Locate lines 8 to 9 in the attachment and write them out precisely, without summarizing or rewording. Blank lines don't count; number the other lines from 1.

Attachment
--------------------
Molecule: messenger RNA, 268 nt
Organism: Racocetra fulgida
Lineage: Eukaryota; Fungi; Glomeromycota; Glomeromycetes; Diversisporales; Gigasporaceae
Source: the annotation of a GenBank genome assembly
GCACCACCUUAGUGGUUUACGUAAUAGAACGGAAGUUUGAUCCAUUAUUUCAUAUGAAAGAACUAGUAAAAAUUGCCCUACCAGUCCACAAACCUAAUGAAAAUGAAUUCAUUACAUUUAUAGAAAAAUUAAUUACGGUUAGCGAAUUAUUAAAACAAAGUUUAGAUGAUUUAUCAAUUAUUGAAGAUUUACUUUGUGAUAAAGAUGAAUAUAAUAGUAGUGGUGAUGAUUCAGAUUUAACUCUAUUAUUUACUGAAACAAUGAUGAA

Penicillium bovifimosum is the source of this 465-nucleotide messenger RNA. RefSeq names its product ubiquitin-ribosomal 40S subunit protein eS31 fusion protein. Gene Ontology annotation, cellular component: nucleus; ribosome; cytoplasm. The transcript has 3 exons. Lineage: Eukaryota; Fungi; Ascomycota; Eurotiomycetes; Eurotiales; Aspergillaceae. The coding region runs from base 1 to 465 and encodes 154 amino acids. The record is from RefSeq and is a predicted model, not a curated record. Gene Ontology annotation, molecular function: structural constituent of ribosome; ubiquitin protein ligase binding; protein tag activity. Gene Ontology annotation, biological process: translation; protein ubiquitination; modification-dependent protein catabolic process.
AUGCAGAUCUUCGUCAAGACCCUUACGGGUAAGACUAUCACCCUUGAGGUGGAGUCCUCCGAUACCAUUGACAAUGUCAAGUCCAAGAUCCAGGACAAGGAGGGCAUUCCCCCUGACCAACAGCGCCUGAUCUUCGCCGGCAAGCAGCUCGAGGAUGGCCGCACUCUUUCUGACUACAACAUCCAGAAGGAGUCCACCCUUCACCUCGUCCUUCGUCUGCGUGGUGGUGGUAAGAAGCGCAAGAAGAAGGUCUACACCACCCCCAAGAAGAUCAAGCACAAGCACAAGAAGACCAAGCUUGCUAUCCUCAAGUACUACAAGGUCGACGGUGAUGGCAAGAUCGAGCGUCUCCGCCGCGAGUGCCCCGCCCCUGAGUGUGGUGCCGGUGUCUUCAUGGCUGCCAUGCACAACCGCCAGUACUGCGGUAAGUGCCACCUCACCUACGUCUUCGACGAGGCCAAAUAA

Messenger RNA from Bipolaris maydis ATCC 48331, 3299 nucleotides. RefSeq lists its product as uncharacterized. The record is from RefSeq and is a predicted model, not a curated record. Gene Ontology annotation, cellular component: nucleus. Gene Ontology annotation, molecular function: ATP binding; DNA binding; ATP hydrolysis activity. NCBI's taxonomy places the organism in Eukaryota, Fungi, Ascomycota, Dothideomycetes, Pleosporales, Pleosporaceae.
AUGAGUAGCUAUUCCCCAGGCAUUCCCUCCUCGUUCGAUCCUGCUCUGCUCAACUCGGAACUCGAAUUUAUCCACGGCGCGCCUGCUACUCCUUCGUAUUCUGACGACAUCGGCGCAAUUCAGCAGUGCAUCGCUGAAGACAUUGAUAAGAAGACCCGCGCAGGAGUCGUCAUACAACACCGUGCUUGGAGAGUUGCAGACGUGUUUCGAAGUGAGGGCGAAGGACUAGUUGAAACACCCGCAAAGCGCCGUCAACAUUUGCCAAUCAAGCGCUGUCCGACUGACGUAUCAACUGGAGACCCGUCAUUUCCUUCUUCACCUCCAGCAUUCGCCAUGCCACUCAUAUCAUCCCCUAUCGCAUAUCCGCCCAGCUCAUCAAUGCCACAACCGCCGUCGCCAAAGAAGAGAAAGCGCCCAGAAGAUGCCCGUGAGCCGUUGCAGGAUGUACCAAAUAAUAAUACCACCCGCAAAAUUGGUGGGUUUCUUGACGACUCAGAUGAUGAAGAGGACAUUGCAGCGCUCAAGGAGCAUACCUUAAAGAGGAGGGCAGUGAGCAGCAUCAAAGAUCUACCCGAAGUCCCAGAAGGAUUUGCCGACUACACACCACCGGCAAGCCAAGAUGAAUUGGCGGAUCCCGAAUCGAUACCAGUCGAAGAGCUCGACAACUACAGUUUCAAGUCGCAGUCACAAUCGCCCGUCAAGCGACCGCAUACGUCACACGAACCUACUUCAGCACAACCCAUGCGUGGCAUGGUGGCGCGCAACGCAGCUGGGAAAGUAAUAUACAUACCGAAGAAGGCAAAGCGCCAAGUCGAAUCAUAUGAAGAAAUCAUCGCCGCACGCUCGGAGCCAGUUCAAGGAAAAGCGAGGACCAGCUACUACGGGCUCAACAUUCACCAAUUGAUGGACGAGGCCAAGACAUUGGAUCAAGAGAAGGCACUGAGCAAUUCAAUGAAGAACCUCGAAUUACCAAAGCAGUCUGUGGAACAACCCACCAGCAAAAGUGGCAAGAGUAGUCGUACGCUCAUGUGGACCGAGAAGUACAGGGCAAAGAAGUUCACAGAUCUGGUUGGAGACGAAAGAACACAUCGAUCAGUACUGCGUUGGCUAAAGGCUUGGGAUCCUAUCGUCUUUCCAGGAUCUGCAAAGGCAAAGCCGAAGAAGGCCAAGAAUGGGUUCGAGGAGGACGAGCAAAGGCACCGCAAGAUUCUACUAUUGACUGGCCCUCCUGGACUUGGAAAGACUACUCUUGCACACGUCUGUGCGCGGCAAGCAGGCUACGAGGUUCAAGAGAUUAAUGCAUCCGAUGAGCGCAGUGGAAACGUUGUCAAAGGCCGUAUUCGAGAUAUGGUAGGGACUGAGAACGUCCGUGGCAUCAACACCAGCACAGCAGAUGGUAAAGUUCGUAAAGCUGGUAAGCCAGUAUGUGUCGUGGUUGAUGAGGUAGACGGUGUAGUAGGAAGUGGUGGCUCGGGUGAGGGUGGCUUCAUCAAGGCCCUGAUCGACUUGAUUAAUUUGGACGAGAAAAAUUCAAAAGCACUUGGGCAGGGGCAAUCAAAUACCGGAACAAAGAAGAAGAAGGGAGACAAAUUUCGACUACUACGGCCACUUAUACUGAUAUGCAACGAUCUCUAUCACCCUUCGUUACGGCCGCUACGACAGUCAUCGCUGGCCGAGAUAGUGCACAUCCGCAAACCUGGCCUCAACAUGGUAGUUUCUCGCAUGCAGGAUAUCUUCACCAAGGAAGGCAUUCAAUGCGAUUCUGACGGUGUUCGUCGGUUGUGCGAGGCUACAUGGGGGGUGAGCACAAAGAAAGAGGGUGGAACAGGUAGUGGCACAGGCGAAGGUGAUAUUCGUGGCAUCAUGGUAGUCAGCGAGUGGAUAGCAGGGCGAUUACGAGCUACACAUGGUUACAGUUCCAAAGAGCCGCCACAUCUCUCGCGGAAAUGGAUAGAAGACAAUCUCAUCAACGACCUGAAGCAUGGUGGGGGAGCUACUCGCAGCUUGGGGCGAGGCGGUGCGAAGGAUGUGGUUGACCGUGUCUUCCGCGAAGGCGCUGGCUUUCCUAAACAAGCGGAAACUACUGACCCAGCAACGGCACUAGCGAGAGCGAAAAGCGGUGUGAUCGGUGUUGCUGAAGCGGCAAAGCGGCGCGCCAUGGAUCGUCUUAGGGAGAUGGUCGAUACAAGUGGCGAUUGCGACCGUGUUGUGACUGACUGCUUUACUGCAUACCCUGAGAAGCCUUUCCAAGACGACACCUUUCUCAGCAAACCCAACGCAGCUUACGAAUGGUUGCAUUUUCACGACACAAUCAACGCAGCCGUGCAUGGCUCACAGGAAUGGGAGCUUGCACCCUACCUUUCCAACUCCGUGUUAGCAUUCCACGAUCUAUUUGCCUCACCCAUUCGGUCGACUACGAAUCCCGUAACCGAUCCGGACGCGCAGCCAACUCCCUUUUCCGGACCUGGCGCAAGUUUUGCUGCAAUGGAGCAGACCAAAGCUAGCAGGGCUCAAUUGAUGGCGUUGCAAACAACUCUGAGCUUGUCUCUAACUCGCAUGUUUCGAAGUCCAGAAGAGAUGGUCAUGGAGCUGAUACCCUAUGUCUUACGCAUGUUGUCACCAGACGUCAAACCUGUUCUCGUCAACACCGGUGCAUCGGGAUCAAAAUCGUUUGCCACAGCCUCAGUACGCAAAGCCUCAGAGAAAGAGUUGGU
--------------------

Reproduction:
Messenger RNA from Bipolaris maydis ATCC 48331, 3299 nucleotides. RefSeq lists its product as uncharacterized. The record is from RefSeq and is a predicted model, not a curated record. Gene Ontology annotation, cellular component: nucleus. Gene Ontology annotation, molecular function: ATP binding; DNA binding; ATP hydrolysis activity. NCBI's taxonomy places the organism in Eukaryota, Fungi, Ascomycota, Dothideomycetes, Pleosporales, Pleosporaceae.
AUGAGUAGCUAUUCCCCAGGCAUUCCCUCCUCGUUCGAUCCUGCUCUGCUCAACUCGGAACUCGAAUUUAUCCACGGCGCGCCUGCUACUCCUUCGUAUUCUGACGACAUCGGCGCAAUUCAGCAGUGCAUCGCUGAAGACAUUGAUAAGAAGACCCGCGCAGGAGUCGUCAUACAACACCGUGCUUGGAGAGUUGCAGACGUGUUUCGAAGUGAGGGCGAAGGACUAGUUGAAACACCCGCAAAGCGCCGUCAACAUUUGCCAAUCAAGCGCUGUCCGACUGACGUAUCAACUGGAGACCCGUCAUUUCCUUCUUCACCUCCAGCAUUCGCCAUGCCACUCAUAUCAUCCCCUAUCGCAUAUCCGCCCAGCUCAUCAAUGCCACAACCGCCGUCGCCAAAGAAGAGAAAGCGCCCAGAAGAUGCCCGUGAGCCGUUGCAGGAUGUACCAAAUAAUAAUACCACCCGCAAAAUUGGUGGGUUUCUUGACGACUCAGAUGAUGAAGAGGACAUUGCAGCGCUCAAGGAGCAUACCUUAAAGAGGAGGGCAGUGAGCAGCAUCAAAGAUCUACCCGAAGUCCCAGAAGGAUUUGCCGACUACACACCACCGGCAAGCCAAGAUGAAUUGGCGGAUCCCGAAUCGAUACCAGUCGAAGAGCUCGACAACUACAGUUUCAAGUCGCAGUCACAAUCGCCCGUCAAGCGACCGCAUACGUCACACGAACCUACUUCAGCACAACCCAUGCGUGGCAUGGUGGCGCGCAACGCAGCUGGGAAAGUAAUAUACAUACCGAAGAAGGCAAAGCGCCAAGUCGAAUCAUAUGAAGAAAUCAUCGCCGCACGCUCGGAGCCAGUUCAAGGAAAAGCGAGGACCAGCUACUACGGGCUCAACAUUCACCAAUUGAUGGACGAGGCCAAGACAUUGGAUCAAGAGAAGGCACUGAGCAAUUCAAUGAAGAACCUCGAAUUACCAAAGCAGUCUGUGGAACAACCCACCAGCAAAAGUGGCAAGAGUAGUCGUACGCUCAUGUGGACCGAGAAGUACAGGGCAAAGAAGUUCACAGAUCUGGUUGGAGACGAAAGAACACAUCGAUCAGUACUGCGUUGGCUAAAGGCUUGGGAUCCUAUCGUCUUUCCAGGAUCUGCAAAGGCAAAGCCGAAGAAGGCCAAGAAUGGGUUCGAGGAGGACGAGCAAAGGCACCGCAAGAUUCUACUAUUGACUGGCCCUCCUGGACUUGGAAAGACUACUCUUGCACACGUCUGUGCGCGGCAAGCAGGCUACGAGGUUCAAGAGAUUAAUGCAUCCGAUGAGCGCAGUGGAAACGUUGUCAAAGGCCGUAUUCGAGAUAUGGUAGGGACUGAGAACGUCCGUGGCAUCAACACCAGCACAGCAGAUGGUAAAGUUCGUAAAGCUGGUAAGCCAGUAUGUGUCGUGGUUGAUGAGGUAGACGGUGUAGUAGGAAGUGGUGGCUCGGGUGAGGGUGGCUUCAUCAAGGCCCUGAUCGACUUGAUUAAUUUGGACGAGAAAAAUUCAAAAGCACUUGGGCAGGGGCAAUCAAAUACCGGAACAAAGAAGAAGAAGGGAGACAAAUUUCGACUACUACGGCCACUUAUACUGAUAUGCAACGAUCUCUAUCACCCUUCGUUACGGCCGCUACGACAGUCAUCGCUGGCCGAGAUAGUGCACAUCCGCAAACCUGGCCUCAACAUGGUAGUUUCUCGCAUGCAGGAUAUCUUCACCAAGGAAGGCAUUCAAUGCGAUUCUGACGGUGUUCGUCGGUUGUGCGAGGCUACAUGGGGGGUGAGCACAAAGAAAGAGGGUGGAACAGGUAGUGGCACAGGCGAAGGUGAUAUUCGUGGCAUCAUGGUAGUCAGCGAGUGGAUAGCAGGGCGAUUACGAGCUACACAUGGUUACAGUUCCAAAGAGCCGCCACAUCUCUCGCGGAAAUGGAUAGAAGACAAUCUCAUCAACGACCUGAAGCAUGGUGGGGGAGCUACUCGCAGCUUGGGGCGAGGCGGUGCGAAGGAUGUGGUUGACCGUGUCUUCCGCGAAGGCGCUGGCUUUCCUAAACAAGCGGAAACUACUGACCCAGCAACGGCACUAGCGAGAGCGAAAAGCGGUGUGAUCGGUGUUGCUGAAGCGGCAAAGCGGCGCGCCAUGGAUCGUCUUAGGGAGAUGGUCGAUACAAGUGGCGAUUGCGACCGUGUUGUGACUGACUGCUUUACUGCAUACCCUGAGAAGCCUUUCCAAGACGACACCUUUCUCAGCAAACCCAACGCAGCUUACGAAUGGUUGCAUUUUCACGACACAAUCAACGCAGCCGUGCAUGGCUCACAGGAAUGGGAGCUUGCACCCUACCUUUCCAACUCCGUGUUAGCAUUCCACGAUCUAUUUGCCUCACCCAUUCGGUCGACUACGAAUCCCGUAACCGAUCCGGACGCGCAGCCAACUCCCUUUUCCGGACCUGGCGCAAGUUUUGCUGCAAUGGAGCAGACCAAAGCUAGCAGGGCUCAAUUGAUGGCGUUGCAAACAACUCUGAGCUUGUCUCUAACUCGCAUGUUUCGAAGUCCAGAAGAGAUGGUCAUGGAGCUGAUACCCUAUGUCUUACGCAUGUUGUCACCAGACGUCAAACCUGUUCUCGUCAACACCGGUGCAUCGGGAUCAAAAUCGUUUGCCACAGCCUCAGUACGCAAAGCCUCAGAGAAAGAGUUGGU